Conseco Agrees to Settle In Securities Trading Case
By JOSEPH B. TREASTER
The New York Times
August 10, 2004
In one of the first settlements in a broad investigation into improper securities trading in the insurance industry, Eliot Spitzer, the New York attorney general, and the Securities and Exchange Commission said yesterday that Conseco, a once-high-flying Indiana insurer, and a successor company had agreed to pay $20 million in restitution and fines.
While the penalties were small in comparison to the hundreds of millions that regulators have imposed on mutual fund companies in recent months, officials in New York and Washington suggested there was much more to come in their investigation of variable annuities, the insurance industry's version of mutual funds.
"There is enough evidence here to generate substantial concern on the part of regulators that there is a serious problem in the industry," Mr. Spitzer said. Mark K. Schonfeld, a regional director for the S.E.C. in New York, said he agreed and both said they were pressing ahead with their inquiries.
Mr. Spitzer's office and the S.E.C., as well as NASD, the regulatory arm of the brokerage industry, are also investigating improper sales of variable annuities, which are the fastest growing product in the insurance business and are generally sold to older Americans of modest means.
Conseco, which emerged from bankruptcy protection last September, was accused of letting hedge funds and other big investors move millions of dollars quickly in and out of variable annuities, a type of investment intended for long-term investing for retirement. In a technique known as market-timing, the hedge fund investors traded in response to market-moving events, while most investors were restricted or discouraged from doing so. The big investors were often able to score huge profits, while the insurance company increased its income from fees, and the earnings of smaller investors declined.
The regulators said that while market-timing is not strictly illegal, Conseco engaged in fraud, from late 1999 to October 2002, by stating in the prospectuses for its Monument and Advantage Plus variable annuities that the annuities were not intended for use by "professional market timing organizations," even as it campaigned to attract those very market timers.
As part of the fraud, the regulators said, Conseco did not tell other investors that it was recruiting market timers or that market timing could diminish their own profits.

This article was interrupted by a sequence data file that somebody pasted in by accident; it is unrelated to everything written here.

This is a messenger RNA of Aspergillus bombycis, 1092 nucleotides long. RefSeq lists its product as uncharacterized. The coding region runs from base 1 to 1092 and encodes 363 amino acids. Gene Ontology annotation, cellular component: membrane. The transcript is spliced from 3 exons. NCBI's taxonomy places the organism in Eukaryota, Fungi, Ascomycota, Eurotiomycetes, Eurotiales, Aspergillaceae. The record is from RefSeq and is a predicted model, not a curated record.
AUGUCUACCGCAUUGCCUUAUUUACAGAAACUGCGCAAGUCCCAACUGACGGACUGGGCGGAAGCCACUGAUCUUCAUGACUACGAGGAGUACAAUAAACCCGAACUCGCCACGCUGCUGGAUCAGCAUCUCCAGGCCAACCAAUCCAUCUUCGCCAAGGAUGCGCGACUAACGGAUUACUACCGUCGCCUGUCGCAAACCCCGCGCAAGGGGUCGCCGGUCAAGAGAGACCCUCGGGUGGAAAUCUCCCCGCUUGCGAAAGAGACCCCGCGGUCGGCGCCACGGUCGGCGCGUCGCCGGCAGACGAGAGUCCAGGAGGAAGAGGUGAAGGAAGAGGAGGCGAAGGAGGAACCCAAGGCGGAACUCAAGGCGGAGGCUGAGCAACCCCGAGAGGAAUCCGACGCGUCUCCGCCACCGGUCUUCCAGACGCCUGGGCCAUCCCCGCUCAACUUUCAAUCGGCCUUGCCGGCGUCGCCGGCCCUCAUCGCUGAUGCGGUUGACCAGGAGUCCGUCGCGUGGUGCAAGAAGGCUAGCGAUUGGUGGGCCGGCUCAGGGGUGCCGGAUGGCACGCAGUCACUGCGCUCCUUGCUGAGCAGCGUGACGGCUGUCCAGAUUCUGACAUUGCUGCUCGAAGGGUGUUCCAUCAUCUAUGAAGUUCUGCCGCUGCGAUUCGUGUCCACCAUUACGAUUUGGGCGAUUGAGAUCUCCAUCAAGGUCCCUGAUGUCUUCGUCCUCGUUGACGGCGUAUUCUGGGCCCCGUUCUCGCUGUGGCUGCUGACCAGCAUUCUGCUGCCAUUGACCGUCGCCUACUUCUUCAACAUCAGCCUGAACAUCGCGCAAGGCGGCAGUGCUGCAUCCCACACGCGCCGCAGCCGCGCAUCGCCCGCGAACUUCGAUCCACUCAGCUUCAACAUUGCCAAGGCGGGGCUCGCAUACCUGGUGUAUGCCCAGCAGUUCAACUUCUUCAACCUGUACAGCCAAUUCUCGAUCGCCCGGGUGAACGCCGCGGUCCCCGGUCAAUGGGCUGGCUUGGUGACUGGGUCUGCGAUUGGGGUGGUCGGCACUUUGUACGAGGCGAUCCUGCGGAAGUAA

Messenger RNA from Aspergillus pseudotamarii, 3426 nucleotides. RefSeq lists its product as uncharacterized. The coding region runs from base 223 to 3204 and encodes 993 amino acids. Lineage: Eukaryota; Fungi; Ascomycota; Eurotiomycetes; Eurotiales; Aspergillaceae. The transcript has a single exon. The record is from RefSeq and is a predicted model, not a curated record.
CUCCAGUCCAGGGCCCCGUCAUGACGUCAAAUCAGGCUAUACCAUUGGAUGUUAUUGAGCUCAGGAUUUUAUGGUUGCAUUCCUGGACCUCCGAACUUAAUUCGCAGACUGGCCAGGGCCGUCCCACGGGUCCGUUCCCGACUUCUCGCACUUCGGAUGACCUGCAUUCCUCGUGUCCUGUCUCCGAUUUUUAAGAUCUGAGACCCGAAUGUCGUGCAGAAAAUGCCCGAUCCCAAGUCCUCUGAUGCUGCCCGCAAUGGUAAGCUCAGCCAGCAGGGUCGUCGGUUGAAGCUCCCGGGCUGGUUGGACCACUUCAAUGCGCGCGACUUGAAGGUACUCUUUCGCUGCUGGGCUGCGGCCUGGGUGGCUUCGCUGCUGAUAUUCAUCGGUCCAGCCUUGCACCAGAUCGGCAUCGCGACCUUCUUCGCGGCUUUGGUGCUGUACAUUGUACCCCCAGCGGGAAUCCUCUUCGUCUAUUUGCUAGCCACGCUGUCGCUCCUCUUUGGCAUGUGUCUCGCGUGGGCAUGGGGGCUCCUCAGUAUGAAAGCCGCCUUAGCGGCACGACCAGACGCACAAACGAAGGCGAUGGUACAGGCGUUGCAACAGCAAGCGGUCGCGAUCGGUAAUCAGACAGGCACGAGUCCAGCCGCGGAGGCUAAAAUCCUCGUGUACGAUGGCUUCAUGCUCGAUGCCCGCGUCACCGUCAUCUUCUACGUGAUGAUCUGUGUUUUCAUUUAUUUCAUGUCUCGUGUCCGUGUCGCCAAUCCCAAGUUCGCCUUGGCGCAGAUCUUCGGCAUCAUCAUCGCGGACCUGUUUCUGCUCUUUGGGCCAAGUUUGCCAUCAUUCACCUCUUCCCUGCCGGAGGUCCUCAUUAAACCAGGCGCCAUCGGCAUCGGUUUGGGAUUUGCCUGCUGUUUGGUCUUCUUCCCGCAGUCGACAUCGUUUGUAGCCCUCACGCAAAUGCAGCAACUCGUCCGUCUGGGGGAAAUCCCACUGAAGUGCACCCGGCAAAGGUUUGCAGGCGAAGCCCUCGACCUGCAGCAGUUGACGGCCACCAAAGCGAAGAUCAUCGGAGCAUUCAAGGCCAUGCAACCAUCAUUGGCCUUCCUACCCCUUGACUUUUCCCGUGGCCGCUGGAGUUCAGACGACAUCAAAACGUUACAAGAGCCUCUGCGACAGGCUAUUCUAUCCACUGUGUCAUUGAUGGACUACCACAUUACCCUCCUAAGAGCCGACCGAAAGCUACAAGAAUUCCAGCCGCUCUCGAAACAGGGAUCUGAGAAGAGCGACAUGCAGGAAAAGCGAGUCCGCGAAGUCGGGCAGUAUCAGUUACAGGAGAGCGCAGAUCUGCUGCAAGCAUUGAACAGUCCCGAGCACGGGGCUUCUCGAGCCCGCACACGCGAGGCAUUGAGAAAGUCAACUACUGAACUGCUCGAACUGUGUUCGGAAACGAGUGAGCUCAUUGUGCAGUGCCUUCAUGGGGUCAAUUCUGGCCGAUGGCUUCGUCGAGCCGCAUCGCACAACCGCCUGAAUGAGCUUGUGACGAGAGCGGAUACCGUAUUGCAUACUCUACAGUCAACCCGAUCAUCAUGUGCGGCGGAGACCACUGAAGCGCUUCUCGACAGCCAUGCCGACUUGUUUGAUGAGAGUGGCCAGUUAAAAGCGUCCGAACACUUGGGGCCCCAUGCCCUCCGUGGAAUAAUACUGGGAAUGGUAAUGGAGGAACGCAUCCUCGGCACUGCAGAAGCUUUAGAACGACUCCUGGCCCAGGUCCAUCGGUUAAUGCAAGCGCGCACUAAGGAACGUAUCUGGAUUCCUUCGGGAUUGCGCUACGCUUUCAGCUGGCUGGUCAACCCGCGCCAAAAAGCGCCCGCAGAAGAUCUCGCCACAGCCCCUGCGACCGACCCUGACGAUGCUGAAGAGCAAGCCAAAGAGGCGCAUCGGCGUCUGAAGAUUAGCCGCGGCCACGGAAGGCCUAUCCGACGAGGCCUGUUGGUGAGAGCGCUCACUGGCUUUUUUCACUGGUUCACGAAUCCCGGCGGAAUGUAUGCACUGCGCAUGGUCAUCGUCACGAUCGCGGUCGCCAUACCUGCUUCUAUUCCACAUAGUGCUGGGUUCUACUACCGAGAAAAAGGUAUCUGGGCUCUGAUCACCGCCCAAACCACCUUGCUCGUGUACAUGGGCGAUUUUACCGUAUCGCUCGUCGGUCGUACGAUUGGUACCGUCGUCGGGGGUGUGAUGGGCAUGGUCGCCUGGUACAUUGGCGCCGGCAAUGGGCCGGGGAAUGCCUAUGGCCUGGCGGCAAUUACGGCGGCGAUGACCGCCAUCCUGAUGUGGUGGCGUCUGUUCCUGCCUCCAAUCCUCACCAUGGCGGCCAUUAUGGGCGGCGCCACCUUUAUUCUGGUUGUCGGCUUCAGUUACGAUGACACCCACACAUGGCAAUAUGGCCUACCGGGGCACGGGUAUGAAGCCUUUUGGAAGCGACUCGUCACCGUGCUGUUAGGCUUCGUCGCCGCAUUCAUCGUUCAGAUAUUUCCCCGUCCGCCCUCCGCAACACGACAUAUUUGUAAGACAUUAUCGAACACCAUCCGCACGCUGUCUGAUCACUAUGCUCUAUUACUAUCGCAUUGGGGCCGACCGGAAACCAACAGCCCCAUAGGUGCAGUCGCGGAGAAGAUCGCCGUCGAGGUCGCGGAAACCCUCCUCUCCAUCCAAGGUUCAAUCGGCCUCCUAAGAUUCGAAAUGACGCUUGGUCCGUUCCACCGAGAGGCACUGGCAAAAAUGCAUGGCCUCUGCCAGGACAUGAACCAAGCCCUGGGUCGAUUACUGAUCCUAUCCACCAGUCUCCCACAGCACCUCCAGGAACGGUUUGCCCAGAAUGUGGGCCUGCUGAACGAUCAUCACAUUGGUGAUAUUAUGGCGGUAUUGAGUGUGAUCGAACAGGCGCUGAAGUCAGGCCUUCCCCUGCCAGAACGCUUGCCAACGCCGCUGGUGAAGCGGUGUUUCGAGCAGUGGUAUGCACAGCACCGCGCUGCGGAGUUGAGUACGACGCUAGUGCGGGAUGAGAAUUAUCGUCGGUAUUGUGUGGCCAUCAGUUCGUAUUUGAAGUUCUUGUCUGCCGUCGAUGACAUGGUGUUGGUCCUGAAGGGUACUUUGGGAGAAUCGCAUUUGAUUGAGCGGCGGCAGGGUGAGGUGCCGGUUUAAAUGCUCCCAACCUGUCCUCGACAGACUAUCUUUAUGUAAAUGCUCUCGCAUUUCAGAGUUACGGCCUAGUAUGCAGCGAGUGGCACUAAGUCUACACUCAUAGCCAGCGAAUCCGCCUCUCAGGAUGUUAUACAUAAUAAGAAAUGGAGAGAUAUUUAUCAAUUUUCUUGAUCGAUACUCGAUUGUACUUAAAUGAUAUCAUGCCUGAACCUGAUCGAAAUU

Conseco acknowledged the settlement in a statement and said it was "pleased to have resolved this legacy issue." The company said it had previously set aside money to settle the case and that its share of the settlement, $15 million, was expected to have no impact on current earnings.
Conseco sold the unit that offered the Monument and Advantage Plus variable annuities to Inviva Inc., a holding company with headquarters in New York, in late 2002, but continued to operate it through May 2003, said David D. Brown IV, the chief of Mr. Spitzer's investment protection bureau. Then, he said, Inviva, continued the fraudulent practices until September of last year, about the time that Mr. Spitzer announced the first case of improper trading in mutual funds against a hedge fund.
Inviva, which sells life insurance and annuities through its two subsidiaries, the Jefferson National Life Insurance Company and the American Life Insurance Company of New York, acknowledged that it would pay $5 million.
David Smilow, Inviva's chief executive, said his company had agreed to the settlement "to put the issues we inherited with the acquisition of the Conseco Variable Annuity Insurance Company squarely behind us and to concentrate on our continued strong growth."
In June, NASD reached the first settlement in a variable annuities securities trading case with Davenport & Company, a regional broker in Richmond, Va., which agreed to pay $738,800 in a fine and restitution. Davenport was accused of market timing and also late trading, in which some investors were permitted to make transactions after the close of the market.
Regulators say that market timing began in mutual funds and later spread to variable annuities as some mutual fund operators began discouraging the practice because it created volatility that made management of the funds more difficult and sometimes hurt their overall performance, which in turn threatened the bonuses of the fund managers.